… aims to eliminate mother-to-child transmission of HIV, syphilis, and hepatitis B next

Jigmi Wangdi

Bhutan has been successful in eliminating Rubella after almost two decades of battling the disease.

The World Health Organisation (WHO) South-East Asia Region announced on July 21 that Bhutan and Timor-Leste have eliminated rubella.

Rubella is a highly contagious disease that causes serious illness and irreversible birth defects in newborns of women infected during pregnancy, which is preventable through vaccination.

To commemorate this milestone in Bhutan’s healthcare sector, a small ceremony was held at the Gyaltsuen Jetsun Pema Wangchuck Mother and Child Hospital.

Bhutan and Timor-Leste eliminated measles in 2017 and 2018, respectively

Lyonpo Dechen Wangmo accompanied by officials from the health sector and the Acting WHO Representative in Bhutan Dr BB Rewari attended the event.

Lyonpo said that Bhutan first had the rubella outbreak around 2003 and the vaccine rollout took place in 2006. “This is a great success for the country. Now we must look towards the future to also eliminate other diseases such as HIV/AIDs transmission from mother to child.”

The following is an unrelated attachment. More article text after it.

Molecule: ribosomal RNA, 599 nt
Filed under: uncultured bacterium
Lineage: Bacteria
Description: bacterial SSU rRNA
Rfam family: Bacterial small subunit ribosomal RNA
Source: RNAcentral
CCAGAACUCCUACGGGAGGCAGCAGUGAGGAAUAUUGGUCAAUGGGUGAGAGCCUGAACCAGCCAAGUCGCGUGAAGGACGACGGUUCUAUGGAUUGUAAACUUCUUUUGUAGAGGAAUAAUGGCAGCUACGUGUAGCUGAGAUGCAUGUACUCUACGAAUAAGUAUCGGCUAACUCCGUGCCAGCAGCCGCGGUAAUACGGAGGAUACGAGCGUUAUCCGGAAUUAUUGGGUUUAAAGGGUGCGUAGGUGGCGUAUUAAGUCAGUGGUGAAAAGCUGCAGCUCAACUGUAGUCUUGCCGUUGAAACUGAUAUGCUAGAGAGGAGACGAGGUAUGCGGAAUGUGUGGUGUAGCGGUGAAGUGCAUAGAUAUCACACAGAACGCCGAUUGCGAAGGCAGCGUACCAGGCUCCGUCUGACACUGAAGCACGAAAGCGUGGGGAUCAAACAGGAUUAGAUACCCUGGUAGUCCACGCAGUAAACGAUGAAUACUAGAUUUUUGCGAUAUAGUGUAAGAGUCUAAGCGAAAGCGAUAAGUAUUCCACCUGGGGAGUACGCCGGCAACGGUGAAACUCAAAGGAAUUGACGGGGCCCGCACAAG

Dr BB Rewari said that there are three main things in the pipeline for WHO and Bhutan.

“HPV vaccination coverage for cervical cancer prevention in Bhutan is very high.

It’s going to the tune of 93 percent to 94 percent. So, we’ll work towards the elimination of the disease. Second is the elimination of malaria,” he said.

He added that WHO is also focusing on the triple elimination of mother-to-child transmission of HIV, syphilis, and hepatitis B. “99 percent of pregnant women undergo testing for these diseases and the prevalence is very low so we are thinking that we should have interventions to prevent this.”

Bhutan and Timor-Leste eliminated measles in 2017 and 2018 respectively, and now join the Maldives and Sri Lanka to achieve elimination of measles and rubella by 2023, a flagship priority programme of WHO South-East Asia Region.

According to the WHO, UNICEF estimates that the coverage with the first dose of a measles-rubella-containing vaccine in the South-East Asia Region has improved from 86 percent in 2021 to 92 percent in 2022 (a 6 percent increase), while coverage of the second dose of the vaccine has jumped from 78 percent in 2021 to 85 percent in 2022 (a 7 percent point increase).

Six countries in the Region – Bangladesh, Bhutan, India, the Maldives, Sri Lanka, and Thailand – have achieved a coverage of 95 percent or more during 2022, while Bhutan, the Maldives, and Sri Lanka – have achieved more than 95 percent coverage with the second dose as well.